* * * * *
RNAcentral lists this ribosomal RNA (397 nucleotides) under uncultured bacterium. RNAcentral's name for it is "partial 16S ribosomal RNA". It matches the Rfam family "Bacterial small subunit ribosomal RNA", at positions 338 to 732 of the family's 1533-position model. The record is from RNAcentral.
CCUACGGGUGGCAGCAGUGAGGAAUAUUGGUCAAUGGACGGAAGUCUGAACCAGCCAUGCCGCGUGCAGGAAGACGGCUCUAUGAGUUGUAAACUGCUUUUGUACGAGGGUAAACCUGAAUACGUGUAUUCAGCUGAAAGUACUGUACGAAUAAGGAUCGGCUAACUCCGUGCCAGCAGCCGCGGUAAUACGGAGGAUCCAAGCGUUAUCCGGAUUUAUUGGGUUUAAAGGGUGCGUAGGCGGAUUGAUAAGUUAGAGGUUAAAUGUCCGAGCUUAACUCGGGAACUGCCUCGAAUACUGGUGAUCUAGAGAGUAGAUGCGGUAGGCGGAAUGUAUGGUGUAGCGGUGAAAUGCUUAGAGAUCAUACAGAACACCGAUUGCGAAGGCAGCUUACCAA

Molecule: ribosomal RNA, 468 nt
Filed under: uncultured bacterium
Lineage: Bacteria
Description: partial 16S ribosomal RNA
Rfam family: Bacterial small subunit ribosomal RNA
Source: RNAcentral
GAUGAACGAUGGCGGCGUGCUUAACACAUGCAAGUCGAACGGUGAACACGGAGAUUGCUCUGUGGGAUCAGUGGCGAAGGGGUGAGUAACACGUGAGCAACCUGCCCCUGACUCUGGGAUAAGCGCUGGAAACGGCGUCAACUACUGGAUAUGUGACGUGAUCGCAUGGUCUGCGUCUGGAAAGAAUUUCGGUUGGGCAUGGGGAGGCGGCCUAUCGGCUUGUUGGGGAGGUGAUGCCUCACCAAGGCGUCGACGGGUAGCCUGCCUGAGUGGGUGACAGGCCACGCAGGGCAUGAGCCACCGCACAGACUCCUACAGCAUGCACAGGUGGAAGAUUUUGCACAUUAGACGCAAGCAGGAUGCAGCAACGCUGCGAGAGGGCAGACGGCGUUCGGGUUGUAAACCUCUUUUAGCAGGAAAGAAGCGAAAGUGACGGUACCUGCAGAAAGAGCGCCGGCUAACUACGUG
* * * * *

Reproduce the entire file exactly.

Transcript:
RNAcentral lists this ribosomal RNA (397 nucleotides) under uncultured bacterium. RNAcentral's name for it is "partial 16S ribosomal RNA". It matches the Rfam family "Bacterial small subunit ribosomal RNA", at positions 338 to 732 of the family's 1533-position model. The record is from RNAcentral.
CCUACGGGUGGCAGCAGUGAGGAAUAUUGGUCAAUGGACGGAAGUCUGAACCAGCCAUGCCGCGUGCAGGAAGACGGCUCUAUGAGUUGUAAACUGCUUUUGUACGAGGGUAAACCUGAAUACGUGUAUUCAGCUGAAAGUACUGUACGAAUAAGGAUCGGCUAACUCCGUGCCAGCAGCCGCGGUAAUACGGAGGAUCCAAGCGUUAUCCGGAUUUAUUGGGUUUAAAGGGUGCGUAGGCGGAUUGAUAAGUUAGAGGUUAAAUGUCCGAGCUUAACUCGGGAACUGCCUCGAAUACUGGUGAUCUAGAGAGUAGAUGCGGUAGGCGGAAUGUAUGGUGUAGCGGUGAAAUGCUUAGAGAUCAUACAGAACACCGAUUGCGAAGGCAGCUUACCAA

Molecule: ribosomal RNA, 468 nt
Filed under: uncultured bacterium
Lineage: Bacteria
Description: partial 16S ribosomal RNA
Rfam family: Bacterial small subunit ribosomal RNA
Source: RNAcentral
GAUGAACGAUGGCGGCGUGCUUAACACAUGCAAGUCGAACGGUGAACACGGAGAUUGCUCUGUGGGAUCAGUGGCGAAGGGGUGAGUAACACGUGAGCAACCUGCCCCUGACUCUGGGAUAAGCGCUGGAAACGGCGUCAACUACUGGAUAUGUGACGUGAUCGCAUGGUCUGCGUCUGGAAAGAAUUUCGGUUGGGCAUGGGGAGGCGGCCUAUCGGCUUGUUGGGGAGGUGAUGCCUCACCAAGGCGUCGACGGGUAGCCUGCCUGAGUGGGUGACAGGCCACGCAGGGCAUGAGCCACCGCACAGACUCCUACAGCAUGCACAGGUGGAAGAUUUUGCACAUUAGACGCAAGCAGGAUGCAGCAACGCUGCGAGAGGGCAGACGGCGUUCGGGUUGUAAACCUCUUUUAGCAGGAAAGAAGCGAAAGUGACGGUACCUGCAGAAAGAGCGCCGGCUAACUACGUG